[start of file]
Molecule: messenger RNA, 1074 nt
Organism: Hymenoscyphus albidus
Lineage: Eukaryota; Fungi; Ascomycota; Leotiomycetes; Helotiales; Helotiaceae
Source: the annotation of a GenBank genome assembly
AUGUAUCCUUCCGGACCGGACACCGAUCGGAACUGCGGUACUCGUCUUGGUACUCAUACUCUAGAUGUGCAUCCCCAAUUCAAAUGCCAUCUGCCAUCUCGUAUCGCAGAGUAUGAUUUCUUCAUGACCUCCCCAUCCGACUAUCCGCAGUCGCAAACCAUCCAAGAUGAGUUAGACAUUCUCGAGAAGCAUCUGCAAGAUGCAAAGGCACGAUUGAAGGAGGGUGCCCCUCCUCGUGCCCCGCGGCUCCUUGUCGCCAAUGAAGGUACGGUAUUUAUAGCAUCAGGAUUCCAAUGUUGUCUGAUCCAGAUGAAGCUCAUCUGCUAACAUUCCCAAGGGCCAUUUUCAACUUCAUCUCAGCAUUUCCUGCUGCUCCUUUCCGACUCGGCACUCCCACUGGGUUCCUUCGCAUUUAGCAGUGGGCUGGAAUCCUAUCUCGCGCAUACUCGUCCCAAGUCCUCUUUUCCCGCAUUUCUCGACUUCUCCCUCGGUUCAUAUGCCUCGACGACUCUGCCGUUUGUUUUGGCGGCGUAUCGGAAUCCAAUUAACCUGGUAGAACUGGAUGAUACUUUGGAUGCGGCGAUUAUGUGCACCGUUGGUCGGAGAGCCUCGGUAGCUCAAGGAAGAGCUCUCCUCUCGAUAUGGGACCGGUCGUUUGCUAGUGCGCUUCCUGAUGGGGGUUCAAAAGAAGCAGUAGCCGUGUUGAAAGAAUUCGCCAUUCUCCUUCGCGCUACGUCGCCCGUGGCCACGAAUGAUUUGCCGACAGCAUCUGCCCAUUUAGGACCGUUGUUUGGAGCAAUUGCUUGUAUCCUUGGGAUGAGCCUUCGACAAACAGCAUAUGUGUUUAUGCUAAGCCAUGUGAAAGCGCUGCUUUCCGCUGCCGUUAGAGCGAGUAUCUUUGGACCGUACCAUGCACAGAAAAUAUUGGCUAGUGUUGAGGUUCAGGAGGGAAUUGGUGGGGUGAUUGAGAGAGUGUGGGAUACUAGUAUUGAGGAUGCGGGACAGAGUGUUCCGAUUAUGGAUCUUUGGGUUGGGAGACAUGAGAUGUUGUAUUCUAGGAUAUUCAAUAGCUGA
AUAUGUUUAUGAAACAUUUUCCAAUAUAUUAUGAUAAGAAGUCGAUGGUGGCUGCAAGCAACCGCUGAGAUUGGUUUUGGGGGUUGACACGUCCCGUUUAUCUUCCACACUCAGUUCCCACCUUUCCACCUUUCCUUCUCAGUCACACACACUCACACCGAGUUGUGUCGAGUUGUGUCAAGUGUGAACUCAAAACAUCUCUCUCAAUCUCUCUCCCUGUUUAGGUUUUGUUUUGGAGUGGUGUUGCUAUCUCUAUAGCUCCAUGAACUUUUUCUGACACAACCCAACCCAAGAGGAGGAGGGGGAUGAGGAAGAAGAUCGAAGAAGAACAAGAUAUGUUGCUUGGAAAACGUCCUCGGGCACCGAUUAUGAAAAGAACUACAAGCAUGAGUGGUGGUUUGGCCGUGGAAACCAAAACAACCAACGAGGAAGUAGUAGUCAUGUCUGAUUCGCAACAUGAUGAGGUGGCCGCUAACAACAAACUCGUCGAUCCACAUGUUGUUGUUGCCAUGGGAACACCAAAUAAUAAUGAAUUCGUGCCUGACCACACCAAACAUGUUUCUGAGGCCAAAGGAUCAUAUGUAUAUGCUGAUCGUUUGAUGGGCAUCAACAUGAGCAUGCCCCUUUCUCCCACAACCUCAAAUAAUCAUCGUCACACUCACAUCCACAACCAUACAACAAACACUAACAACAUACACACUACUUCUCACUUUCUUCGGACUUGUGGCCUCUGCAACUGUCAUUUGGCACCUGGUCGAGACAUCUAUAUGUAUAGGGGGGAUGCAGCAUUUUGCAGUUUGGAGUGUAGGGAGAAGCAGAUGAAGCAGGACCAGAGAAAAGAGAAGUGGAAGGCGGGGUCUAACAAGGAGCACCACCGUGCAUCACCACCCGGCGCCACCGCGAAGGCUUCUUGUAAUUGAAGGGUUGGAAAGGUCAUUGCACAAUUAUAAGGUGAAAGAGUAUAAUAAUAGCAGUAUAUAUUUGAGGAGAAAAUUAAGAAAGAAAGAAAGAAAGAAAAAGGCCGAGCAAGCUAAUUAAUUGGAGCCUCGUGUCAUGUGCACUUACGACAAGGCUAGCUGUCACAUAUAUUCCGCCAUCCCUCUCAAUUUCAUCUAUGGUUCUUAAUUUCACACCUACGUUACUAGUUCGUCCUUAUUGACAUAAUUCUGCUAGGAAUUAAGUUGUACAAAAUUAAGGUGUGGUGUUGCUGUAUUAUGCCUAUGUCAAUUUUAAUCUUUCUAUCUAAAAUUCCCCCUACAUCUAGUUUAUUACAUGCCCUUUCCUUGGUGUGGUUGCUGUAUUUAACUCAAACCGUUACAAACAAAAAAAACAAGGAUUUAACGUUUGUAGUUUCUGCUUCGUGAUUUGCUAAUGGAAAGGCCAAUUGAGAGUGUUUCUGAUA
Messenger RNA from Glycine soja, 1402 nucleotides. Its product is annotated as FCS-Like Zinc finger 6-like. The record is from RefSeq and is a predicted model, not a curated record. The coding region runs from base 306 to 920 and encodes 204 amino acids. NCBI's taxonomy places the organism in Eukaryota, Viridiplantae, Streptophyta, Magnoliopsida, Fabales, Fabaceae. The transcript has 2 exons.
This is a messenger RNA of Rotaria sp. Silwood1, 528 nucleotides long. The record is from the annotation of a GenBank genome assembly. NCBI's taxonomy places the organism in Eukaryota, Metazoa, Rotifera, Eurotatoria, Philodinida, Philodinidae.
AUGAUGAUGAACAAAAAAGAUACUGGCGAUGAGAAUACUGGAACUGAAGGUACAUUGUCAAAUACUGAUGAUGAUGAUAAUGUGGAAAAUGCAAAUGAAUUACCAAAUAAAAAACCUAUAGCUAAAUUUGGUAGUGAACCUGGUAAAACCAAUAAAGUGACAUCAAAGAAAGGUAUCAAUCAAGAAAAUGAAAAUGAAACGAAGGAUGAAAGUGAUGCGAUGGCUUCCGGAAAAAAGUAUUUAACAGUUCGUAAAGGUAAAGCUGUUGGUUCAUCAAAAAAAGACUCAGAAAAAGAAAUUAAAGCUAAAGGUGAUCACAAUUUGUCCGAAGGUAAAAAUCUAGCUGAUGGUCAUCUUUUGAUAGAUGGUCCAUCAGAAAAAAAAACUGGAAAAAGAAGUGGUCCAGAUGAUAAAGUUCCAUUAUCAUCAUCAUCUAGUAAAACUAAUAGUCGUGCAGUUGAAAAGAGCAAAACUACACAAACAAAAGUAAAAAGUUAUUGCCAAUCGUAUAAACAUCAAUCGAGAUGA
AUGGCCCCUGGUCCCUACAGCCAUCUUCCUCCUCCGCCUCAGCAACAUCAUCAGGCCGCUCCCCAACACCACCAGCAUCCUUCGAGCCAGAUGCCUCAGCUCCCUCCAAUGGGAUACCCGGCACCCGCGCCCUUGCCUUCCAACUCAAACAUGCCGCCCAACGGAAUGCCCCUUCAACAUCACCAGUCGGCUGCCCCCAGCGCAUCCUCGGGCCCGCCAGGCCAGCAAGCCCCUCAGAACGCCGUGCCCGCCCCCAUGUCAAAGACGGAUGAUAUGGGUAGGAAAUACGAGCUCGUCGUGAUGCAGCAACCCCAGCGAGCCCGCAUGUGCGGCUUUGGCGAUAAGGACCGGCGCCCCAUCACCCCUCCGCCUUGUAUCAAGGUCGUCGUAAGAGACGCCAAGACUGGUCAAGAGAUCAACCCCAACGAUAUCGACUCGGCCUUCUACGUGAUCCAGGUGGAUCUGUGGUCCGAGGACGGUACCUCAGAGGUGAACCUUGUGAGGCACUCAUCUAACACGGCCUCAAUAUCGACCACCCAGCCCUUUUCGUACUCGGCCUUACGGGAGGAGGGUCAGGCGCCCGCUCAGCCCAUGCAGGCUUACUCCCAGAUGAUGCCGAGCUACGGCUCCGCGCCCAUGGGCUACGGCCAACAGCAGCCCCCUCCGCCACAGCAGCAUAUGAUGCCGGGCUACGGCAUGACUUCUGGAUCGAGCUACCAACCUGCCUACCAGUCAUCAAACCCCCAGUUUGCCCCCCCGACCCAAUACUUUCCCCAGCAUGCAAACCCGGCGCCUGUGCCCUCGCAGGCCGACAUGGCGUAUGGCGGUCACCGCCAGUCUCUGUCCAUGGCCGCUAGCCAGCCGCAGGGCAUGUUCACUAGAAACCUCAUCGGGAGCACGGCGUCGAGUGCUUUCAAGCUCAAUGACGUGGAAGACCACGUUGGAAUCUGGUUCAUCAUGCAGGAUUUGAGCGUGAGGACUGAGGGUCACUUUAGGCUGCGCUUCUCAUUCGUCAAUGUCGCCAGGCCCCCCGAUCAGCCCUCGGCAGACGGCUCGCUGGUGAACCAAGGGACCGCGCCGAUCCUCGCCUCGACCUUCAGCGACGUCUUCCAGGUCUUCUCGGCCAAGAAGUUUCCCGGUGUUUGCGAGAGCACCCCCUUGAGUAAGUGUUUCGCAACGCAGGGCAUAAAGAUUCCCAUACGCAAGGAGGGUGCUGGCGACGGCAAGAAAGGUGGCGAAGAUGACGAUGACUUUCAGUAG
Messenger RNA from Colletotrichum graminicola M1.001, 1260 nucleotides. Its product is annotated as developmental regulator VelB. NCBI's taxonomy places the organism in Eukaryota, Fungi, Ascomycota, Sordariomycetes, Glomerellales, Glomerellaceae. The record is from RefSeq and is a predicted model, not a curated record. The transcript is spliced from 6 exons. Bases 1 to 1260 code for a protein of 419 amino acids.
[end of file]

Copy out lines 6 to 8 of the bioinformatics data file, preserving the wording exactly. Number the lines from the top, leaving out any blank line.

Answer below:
AUAUGUUUAUGAAACAUUUUCCAAUAUAUUAUGAUAAGAAGUCGAUGGUGGCUGCAAGCAACCGCUGAGAUUGGUUUUGGGGGUUGACACGUCCCGUUUAUCUUCCACACUCAGUUCCCACCUUUCCACCUUUCCUUCUCAGUCACACACACUCACACCGAGUUGUGUCGAGUUGUGUCAAGUGUGAACUCAAAACAUCUCUCUCAAUCUCUCUCCCUGUUUAGGUUUUGUUUUGGAGUGGUGUUGCUAUCUCUAUAGCUCCAUGAACUUUUUCUGACACAACCCAACCCAAGAGGAGGAGGGGGAUGAGGAAGAAGAUCGAAGAAGAACAAGAUAUGUUGCUUGGAAAACGUCCUCGGGCACCGAUUAUGAAAAGAACUACAAGCAUGAGUGGUGGUUUGGCCGUGGAAACCAAAACAACCAACGAGGAAGUAGUAGUCAUGUCUGAUUCGCAACAUGAUGAGGUGGCCGCUAACAACAAACUCGUCGAUCCACAUGUUGUUGUUGCCAUGGGAACACCAAAUAAUAAUGAAUUCGUGCCUGACCACACCAAACAUGUUUCUGAGGCCAAAGGAUCAUAUGUAUAUGCUGAUCGUUUGAUGGGCAUCAACAUGAGCAUGCCCCUUUCUCCCACAACCUCAAAUAAUCAUCGUCACACUCACAUCCACAACCAUACAACAAACACUAACAACAUACACACUACUUCUCACUUUCUUCGGACUUGUGGCCUCUGCAACUGUCAUUUGGCACCUGGUCGAGACAUCUAUAUGUAUAGGGGGGAUGCAGCAUUUUGCAGUUUGGAGUGUAGGGAGAAGCAGAUGAAGCAGGACCAGAGAAAAGAGAAGUGGAAGGCGGGGUCUAACAAGGAGCACCACCGUGCAUCACCACCCGGCGCCACCGCGAAGGCUUCUUGUAAUUGAAGGGUUGGAAAGGUCAUUGCACAAUUAUAAGGUGAAAGAGUAUAAUAAUAGCAGUAUAUAUUUGAGGAGAAAAUUAAGAAAGAAAGAAAGAAAGAAAAAGGCCGAGCAAGCUAAUUAAUUGGAGCCUCGUGUCAUGUGCACUUACGACAAGGCUAGCUGUCACAUAUAUUCCGCCAUCCCUCUCAAUUUCAUCUAUGGUUCUUAAUUUCACACCUACGUUACUAGUUCGUCCUUAUUGACAUAAUUCUGCUAGGAAUUAAGUUGUACAAAAUUAAGGUGUGGUGUUGCUGUAUUAUGCCUAUGUCAAUUUUAAUCUUUCUAUCUAAAAUUCCCCCUACAUCUAGUUUAUUACAUGCCCUUUCCUUGGUGUGGUUGCUGUAUUUAACUCAAACCGUUACAAACAAAAAAAACAAGGAUUUAACGUUUGUAGUUUCUGCUUCGUGAUUUGCUAAUGGAAAGGCCAAUUGAGAGUGUUUCUGAUA
Messenger RNA from Glycine soja, 1402 nucleotides. Its product is annotated as FCS-Like Zinc finger 6-like. The record is from RefSeq and is a predicted model, not a curated record. The coding region runs from base 306 to 920 and encodes 204 amino acids. NCBI's taxonomy places the organism in Eukaryota, Viridiplantae, Streptophyta, Magnoliopsida, Fabales, Fabaceae. The transcript has 2 exons.
This is a messenger RNA of Rotaria sp. Silwood1, 528 nucleotides long. The record is from the annotation of a GenBank genome assembly. NCBI's taxonomy places the organism in Eukaryota, Metazoa, Rotifera, Eurotatoria, Philodinida, Philodinidae.